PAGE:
Friday, November 24, 2017

Dispatches from ASHA, Part 3

A third session I attended at ASHA leads me to a tech-tie-in on this blog and was called Consider the Big Picture: Using Classroom Expectations to Guide Assessments and Develop Educationally Relevant Interventions (Chinen and Ireland). A take-away from this session was that diagnostic activities such as dynamic assessment and language sample analysis are essential to supplement testing components of evaluations.

Now, I'm a HUGE narrative person, so consider that bias (if a focus on functional communication can be considered a bias). But as I was hiking through a park in LA with some friends I hadn't seen in awhile, I got meta for a moment. I thought about how much of the welcome and meaningful experience of hanging out with them again consisted of narratives. Spoiler alert: all of it.

One resource recommended by Chinen and Ireland is called SUGAR (Sampling Utterances and Grammatical Analysis Revised), and a couple of keystrokes brought me to a brand new article from July, 2017 with updated research, language elicitation protocols and norms for ages 3-7;11.

You all know how to read a research article, so besides a few points I will just say: PLEASE READ IT. The article would also make a great study-and-apply activity with colleagues

Pavelko and Owens' aim is to make these vital assessment processes easier for busy clinicians, and they do:
-"LSA (Language Sample Analysis) may be 'the only assessment measure that captures a speaker's typical and functional language use.'"
-A recent survey of school-based SLPs revealed that only 2/3 had used LSA in the last year and of those, about half had only done so in no more than 10 cases.
-The authors recommend using digital recording tools rather than attempting to transcribe live, which is stressful, inaccurate, and probably hampers clinicians' ability to elicit in a functional context. I like the Voice Memos app on my iPhone or Voice Memos for iPad. Tip: try to "rewind" as little as possible. Transcribe and get what you can. Then re-listen and edit.
-Protocol and techniques are offered for eliciting (among others):
"Ask process questions 
How did/do…
What happened…
Why did…
Use “Tell me…” or “I wonder…” statements. 
Use Turnabouts 
Comment + cue for child to talk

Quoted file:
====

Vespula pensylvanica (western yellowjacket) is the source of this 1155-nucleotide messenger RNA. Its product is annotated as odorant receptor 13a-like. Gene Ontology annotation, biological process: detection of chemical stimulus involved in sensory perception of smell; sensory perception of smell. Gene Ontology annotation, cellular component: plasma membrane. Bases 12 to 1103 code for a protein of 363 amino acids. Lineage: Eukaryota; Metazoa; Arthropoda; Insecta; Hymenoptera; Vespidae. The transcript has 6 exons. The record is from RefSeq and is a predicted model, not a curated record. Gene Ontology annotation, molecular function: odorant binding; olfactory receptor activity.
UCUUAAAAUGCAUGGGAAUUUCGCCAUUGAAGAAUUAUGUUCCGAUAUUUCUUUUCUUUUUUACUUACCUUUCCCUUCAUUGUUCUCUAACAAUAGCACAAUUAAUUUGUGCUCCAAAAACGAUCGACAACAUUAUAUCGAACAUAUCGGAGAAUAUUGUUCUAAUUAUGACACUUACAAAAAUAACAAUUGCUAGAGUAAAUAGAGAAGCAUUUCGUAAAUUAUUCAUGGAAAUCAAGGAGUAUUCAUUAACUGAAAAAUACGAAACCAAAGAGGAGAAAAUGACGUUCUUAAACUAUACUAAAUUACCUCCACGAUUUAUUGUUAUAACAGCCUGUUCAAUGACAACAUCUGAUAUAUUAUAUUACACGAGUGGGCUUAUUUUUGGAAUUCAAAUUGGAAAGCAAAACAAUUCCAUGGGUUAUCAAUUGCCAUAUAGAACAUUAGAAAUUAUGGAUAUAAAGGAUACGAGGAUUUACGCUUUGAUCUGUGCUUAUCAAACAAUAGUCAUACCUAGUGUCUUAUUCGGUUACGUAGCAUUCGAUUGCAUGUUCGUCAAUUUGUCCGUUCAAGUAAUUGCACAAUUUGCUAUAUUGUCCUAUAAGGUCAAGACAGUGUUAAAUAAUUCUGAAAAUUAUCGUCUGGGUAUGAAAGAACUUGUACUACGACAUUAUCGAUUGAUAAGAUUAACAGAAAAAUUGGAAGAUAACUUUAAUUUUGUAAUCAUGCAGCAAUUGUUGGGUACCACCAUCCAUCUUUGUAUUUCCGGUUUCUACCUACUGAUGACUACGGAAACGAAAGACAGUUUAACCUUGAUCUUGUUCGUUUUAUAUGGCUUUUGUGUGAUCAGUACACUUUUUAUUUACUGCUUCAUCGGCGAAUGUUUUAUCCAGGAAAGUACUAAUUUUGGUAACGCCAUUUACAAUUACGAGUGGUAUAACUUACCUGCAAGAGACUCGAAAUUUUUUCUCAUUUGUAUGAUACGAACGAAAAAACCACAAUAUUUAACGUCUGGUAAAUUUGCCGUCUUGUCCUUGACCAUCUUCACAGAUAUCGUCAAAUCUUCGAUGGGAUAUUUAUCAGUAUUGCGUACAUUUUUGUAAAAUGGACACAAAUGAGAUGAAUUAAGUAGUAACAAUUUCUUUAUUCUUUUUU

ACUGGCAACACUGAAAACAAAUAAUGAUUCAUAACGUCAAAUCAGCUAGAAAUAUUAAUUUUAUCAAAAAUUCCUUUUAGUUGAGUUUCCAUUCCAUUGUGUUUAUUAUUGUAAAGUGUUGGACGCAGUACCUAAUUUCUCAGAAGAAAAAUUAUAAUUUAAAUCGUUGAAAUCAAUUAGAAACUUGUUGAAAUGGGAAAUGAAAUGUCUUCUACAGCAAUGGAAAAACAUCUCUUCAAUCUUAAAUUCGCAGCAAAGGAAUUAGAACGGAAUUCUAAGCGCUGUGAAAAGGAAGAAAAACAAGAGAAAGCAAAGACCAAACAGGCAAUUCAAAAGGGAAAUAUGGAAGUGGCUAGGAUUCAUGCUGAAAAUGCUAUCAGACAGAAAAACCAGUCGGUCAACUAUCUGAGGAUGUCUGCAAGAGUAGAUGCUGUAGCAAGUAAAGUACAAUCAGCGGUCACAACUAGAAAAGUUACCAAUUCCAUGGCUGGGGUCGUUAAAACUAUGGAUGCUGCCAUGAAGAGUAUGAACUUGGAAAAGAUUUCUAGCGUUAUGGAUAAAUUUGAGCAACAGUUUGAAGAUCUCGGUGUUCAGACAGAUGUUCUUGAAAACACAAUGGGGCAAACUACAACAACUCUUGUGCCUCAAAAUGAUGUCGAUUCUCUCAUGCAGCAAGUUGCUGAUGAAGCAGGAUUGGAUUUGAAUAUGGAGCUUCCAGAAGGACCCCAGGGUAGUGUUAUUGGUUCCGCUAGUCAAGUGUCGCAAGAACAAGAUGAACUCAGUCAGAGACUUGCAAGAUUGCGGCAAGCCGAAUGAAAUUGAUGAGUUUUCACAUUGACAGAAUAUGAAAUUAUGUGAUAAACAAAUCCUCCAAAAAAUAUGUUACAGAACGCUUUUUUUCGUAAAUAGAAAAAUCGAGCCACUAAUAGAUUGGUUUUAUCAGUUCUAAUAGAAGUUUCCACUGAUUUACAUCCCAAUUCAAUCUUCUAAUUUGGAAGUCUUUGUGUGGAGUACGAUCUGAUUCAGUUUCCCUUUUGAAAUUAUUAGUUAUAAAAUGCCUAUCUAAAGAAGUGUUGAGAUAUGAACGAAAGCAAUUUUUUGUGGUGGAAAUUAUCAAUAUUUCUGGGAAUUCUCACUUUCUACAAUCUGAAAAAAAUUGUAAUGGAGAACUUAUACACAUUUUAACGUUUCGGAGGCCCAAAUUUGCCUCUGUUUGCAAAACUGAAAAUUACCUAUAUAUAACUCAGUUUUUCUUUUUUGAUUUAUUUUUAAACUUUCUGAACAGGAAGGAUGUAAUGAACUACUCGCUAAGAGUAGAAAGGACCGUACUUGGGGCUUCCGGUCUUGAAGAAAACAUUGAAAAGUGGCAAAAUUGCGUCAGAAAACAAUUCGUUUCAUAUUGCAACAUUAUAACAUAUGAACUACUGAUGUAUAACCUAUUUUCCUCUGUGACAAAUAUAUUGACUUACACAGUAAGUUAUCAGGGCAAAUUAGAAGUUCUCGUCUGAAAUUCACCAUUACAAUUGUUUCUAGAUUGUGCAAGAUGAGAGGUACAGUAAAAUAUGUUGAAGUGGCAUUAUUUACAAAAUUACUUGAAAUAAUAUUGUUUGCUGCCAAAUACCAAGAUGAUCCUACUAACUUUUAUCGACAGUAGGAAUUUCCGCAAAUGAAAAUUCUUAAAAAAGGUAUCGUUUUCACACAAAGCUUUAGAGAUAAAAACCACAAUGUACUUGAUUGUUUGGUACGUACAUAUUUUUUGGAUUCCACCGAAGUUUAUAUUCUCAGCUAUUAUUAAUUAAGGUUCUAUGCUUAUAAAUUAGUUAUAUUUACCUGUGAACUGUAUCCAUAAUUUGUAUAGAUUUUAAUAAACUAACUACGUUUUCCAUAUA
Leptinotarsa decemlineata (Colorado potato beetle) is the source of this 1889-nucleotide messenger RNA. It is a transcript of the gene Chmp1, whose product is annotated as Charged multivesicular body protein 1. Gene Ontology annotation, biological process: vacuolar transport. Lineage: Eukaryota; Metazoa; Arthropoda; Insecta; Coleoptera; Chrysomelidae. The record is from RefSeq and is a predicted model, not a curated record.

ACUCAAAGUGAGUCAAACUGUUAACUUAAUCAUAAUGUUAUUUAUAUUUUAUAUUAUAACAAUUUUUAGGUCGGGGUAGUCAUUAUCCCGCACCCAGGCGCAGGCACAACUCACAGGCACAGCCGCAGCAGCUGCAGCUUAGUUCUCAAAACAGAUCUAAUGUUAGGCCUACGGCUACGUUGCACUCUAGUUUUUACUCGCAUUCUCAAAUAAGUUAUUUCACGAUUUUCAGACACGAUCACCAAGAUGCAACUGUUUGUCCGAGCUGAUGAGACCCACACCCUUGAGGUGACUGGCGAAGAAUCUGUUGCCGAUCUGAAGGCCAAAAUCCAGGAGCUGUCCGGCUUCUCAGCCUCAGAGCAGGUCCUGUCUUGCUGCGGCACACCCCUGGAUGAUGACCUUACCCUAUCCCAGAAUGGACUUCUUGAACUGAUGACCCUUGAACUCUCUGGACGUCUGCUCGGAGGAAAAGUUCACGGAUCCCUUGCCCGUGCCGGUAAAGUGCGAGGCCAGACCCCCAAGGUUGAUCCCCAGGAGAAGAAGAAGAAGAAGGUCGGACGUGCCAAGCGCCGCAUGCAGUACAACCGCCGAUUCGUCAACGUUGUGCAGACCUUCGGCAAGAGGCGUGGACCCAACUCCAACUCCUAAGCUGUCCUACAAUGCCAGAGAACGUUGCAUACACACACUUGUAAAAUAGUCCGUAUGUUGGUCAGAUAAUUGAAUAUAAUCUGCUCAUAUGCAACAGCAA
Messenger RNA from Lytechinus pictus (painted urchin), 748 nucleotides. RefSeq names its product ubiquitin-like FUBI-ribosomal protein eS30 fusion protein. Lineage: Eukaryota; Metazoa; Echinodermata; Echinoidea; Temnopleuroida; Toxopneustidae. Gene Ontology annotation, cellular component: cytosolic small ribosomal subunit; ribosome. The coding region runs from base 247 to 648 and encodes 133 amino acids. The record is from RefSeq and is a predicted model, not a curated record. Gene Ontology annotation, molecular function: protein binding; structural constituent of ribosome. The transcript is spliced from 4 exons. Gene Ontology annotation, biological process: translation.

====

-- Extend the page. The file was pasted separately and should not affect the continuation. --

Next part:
Use Narrative Elicitations 
Build on what the child says or what you know.
Begin with 'Your mom says you… that sounds like fun. Tell me what happened.'
'I know that you… Tell me what happened.'
'Did you ever… Tell me what you did.'"

So, the tech tie-in. Pavelko and Owens demonstrate simple uses of word processors to help clinicians quickly calculate total number of words, mean length of utterance in morphemes, words per sentence and clauses per sentence, and provide normative data for all of these for ages 3-7;11. These involve using the numbering feature and word count of MS Word; I would also point out that the same features are available in Apple's Pages and Google Docs.

Clinicians might also benefit from the File>Duplicate option or Make a Copy in Google Docs when working with the sample and taking different measures, so as not to be confused by the required edits to the sample (e.g. using spaces to mark morphemes).

In Google Docs, some of the techniques suggested:

An important read. If working with older students I also recommend Hadley's Language Sampling Protocols for Eliciting Text-Level Discourse and Heilmann and Malone's Rules of the Game.

Thursday, November 16, 2017

Dispatches from ASHA, Part 2

My second session (I was super lucky this year!) at ASHA revolved around visual supports and the ease through technology tools of...

Co-engagement: presenting a visual material and scaffolding language around it
Co-creation: using a tool that allows us to make something (an image creator, animation tool, book maker, video shooter) and scaffolding language through the process of using the app (not worrying so much about the product).

I stressed that we need to continue to provide visual supports to our students across the lifespan. Since everything to me is narrative in some form, I shared that when I arrived at the convention center I felt very dysregulated and confused by the layout, and that it was helpful for me to make a visual support of where my sessions would be over the two days!